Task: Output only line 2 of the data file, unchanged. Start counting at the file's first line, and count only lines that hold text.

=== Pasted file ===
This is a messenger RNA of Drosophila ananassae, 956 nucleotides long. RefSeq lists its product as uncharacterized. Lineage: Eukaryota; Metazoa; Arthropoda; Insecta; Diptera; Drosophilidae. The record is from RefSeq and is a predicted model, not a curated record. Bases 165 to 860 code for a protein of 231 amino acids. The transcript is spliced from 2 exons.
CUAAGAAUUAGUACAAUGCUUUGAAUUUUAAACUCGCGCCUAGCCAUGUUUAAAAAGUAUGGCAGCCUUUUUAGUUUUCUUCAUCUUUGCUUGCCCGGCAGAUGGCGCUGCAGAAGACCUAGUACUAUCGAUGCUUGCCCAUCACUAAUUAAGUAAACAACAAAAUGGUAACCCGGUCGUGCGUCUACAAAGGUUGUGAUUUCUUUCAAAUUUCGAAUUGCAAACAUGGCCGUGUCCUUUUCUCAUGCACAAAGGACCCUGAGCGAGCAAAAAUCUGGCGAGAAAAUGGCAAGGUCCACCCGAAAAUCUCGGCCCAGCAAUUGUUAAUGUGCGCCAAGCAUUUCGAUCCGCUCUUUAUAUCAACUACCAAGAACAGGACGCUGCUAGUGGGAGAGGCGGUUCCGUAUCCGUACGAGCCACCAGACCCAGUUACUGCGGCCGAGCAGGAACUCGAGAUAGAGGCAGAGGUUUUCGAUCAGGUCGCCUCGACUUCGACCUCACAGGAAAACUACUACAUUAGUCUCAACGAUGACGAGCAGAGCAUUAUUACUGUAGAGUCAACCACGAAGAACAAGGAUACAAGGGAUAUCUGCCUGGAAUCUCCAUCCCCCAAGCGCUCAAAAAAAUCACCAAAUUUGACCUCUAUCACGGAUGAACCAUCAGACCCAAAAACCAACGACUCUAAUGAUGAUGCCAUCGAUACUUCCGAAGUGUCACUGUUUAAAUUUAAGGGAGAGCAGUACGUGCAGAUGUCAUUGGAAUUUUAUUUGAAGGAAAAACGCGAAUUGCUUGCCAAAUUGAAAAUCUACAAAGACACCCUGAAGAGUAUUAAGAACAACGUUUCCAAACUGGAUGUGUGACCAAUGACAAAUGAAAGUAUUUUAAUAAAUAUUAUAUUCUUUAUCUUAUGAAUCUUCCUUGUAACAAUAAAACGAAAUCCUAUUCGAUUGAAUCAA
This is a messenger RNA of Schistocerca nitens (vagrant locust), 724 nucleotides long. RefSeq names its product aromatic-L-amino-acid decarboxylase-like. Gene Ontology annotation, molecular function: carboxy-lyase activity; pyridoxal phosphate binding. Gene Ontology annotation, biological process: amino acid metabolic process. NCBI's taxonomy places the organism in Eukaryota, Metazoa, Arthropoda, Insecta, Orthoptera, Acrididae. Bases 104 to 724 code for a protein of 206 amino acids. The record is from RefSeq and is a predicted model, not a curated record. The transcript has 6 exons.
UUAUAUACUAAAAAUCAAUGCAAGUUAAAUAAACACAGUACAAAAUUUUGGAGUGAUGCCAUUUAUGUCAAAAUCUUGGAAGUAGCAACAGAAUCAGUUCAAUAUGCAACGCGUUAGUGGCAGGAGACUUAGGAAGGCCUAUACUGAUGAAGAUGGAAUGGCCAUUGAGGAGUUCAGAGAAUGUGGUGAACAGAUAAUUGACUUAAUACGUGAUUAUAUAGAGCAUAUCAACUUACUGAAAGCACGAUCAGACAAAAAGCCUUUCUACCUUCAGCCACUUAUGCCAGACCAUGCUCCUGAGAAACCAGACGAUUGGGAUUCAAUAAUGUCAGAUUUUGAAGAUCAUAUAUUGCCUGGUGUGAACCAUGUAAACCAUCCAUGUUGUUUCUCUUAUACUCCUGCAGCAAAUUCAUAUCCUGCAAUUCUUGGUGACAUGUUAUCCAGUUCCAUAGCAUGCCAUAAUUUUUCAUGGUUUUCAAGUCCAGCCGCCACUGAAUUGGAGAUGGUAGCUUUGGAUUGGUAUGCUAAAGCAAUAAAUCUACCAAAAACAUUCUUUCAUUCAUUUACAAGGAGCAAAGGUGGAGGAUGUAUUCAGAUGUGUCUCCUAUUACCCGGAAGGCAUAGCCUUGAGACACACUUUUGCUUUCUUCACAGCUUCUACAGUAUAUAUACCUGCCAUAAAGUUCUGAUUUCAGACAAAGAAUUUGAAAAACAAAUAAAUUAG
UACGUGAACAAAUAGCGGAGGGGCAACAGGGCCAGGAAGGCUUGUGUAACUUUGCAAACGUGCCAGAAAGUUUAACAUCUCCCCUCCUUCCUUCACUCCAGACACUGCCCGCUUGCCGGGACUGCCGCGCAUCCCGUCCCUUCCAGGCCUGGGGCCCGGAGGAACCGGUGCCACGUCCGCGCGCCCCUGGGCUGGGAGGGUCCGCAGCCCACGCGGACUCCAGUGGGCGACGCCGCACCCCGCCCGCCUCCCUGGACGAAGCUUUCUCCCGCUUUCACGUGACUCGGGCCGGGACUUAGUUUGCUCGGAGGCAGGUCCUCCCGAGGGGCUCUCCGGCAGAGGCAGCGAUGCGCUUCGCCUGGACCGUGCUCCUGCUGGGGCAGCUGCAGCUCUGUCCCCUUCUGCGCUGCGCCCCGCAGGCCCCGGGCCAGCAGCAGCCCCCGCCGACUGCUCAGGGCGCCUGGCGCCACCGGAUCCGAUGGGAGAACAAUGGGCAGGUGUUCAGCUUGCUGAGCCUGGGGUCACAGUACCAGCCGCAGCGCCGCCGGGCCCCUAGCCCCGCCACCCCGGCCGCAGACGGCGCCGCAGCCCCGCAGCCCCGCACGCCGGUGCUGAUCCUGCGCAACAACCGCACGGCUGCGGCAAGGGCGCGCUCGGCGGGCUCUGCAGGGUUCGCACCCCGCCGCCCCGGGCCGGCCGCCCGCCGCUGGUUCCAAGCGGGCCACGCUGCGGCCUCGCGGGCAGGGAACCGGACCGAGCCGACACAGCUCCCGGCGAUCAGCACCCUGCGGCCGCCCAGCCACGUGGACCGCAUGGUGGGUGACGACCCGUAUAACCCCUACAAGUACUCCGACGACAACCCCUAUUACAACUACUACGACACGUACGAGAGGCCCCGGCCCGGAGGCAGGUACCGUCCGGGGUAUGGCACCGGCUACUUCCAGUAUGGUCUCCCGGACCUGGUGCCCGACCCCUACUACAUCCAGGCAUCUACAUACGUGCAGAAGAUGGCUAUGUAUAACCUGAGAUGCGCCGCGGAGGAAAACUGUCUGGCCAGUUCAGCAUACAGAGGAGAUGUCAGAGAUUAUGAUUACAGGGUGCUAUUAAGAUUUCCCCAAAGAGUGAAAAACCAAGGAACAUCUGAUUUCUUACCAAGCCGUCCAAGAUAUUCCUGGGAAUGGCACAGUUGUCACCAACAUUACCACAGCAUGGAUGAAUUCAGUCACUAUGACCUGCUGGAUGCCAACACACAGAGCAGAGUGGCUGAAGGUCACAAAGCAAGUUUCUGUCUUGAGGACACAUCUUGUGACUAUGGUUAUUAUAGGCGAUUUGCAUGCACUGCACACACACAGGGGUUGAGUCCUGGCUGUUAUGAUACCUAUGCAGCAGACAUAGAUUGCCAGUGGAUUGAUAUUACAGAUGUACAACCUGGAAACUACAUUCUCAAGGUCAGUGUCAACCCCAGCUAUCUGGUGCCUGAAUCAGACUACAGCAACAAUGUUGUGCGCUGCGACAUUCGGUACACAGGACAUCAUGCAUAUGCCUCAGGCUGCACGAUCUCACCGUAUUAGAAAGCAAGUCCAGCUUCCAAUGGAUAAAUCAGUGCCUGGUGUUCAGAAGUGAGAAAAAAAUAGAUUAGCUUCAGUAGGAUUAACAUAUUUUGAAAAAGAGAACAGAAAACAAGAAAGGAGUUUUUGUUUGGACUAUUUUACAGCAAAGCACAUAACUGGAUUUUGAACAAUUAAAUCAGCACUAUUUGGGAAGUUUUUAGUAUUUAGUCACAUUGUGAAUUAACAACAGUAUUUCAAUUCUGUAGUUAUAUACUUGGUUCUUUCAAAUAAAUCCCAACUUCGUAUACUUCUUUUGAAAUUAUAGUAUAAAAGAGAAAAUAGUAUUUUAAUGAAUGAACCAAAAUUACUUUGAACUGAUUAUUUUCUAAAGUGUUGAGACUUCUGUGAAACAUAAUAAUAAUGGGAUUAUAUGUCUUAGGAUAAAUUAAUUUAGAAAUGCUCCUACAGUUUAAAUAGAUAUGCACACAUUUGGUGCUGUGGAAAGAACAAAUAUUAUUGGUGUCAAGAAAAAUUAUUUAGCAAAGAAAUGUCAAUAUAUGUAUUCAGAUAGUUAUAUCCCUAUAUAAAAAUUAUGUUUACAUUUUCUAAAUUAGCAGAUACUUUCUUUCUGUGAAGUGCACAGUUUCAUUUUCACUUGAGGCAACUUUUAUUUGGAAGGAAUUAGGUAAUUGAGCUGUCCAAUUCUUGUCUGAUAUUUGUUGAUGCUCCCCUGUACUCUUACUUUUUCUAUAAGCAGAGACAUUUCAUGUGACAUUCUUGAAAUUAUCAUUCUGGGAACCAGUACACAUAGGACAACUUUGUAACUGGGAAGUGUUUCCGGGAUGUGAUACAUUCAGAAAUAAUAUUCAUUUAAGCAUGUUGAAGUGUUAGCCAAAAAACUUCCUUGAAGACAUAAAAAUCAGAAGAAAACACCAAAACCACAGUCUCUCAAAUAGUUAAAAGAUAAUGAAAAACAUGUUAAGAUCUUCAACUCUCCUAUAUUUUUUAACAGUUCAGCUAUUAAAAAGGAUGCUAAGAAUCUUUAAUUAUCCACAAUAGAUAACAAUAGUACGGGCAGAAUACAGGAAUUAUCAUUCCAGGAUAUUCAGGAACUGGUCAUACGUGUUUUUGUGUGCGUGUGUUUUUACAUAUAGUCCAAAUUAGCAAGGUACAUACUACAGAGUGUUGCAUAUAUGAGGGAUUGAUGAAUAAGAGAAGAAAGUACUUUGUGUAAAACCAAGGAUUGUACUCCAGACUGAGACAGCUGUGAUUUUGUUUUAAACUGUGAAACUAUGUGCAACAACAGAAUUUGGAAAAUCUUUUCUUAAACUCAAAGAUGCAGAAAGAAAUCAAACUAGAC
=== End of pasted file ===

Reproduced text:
CUAAGAAUUAGUACAAUGCUUUGAAUUUUAAACUCGCGCCUAGCCAUGUUUAAAAAGUAUGGCAGCCUUUUUAGUUUUCUUCAUCUUUGCUUGCCCGGCAGAUGGCGCUGCAGAAGACCUAGUACUAUCGAUGCUUGCCCAUCACUAAUUAAGUAAACAACAAAAUGGUAACCCGGUCGUGCGUCUACAAAGGUUGUGAUUUCUUUCAAAUUUCGAAUUGCAAACAUGGCCGUGUCCUUUUCUCAUGCACAAAGGACCCUGAGCGAGCAAAAAUCUGGCGAGAAAAUGGCAAGGUCCACCCGAAAAUCUCGGCCCAGCAAUUGUUAAUGUGCGCCAAGCAUUUCGAUCCGCUCUUUAUAUCAACUACCAAGAACAGGACGCUGCUAGUGGGAGAGGCGGUUCCGUAUCCGUACGAGCCACCAGACCCAGUUACUGCGGCCGAGCAGGAACUCGAGAUAGAGGCAGAGGUUUUCGAUCAGGUCGCCUCGACUUCGACCUCACAGGAAAACUACUACAUUAGUCUCAACGAUGACGAGCAGAGCAUUAUUACUGUAGAGUCAACCACGAAGAACAAGGAUACAAGGGAUAUCUGCCUGGAAUCUCCAUCCCCCAAGCGCUCAAAAAAAUCACCAAAUUUGACCUCUAUCACGGAUGAACCAUCAGACCCAAAAACCAACGACUCUAAUGAUGAUGCCAUCGAUACUUCCGAAGUGUCACUGUUUAAAUUUAAGGGAGAGCAGUACGUGCAGAUGUCAUUGGAAUUUUAUUUGAAGGAAAAACGCGAAUUGCUUGCCAAAUUGAAAAUCUACAAAGACACCCUGAAGAGUAUUAAGAACAACGUUUCCAAACUGGAUGUGUGACCAAUGACAAAUGAAAGUAUUUUAAUAAAUAUUAUAUUCUUUAUCUUAUGAAUCUUCCUUGUAACAAUAAAACGAAAUCCUAUUCGAUUGAAUCAA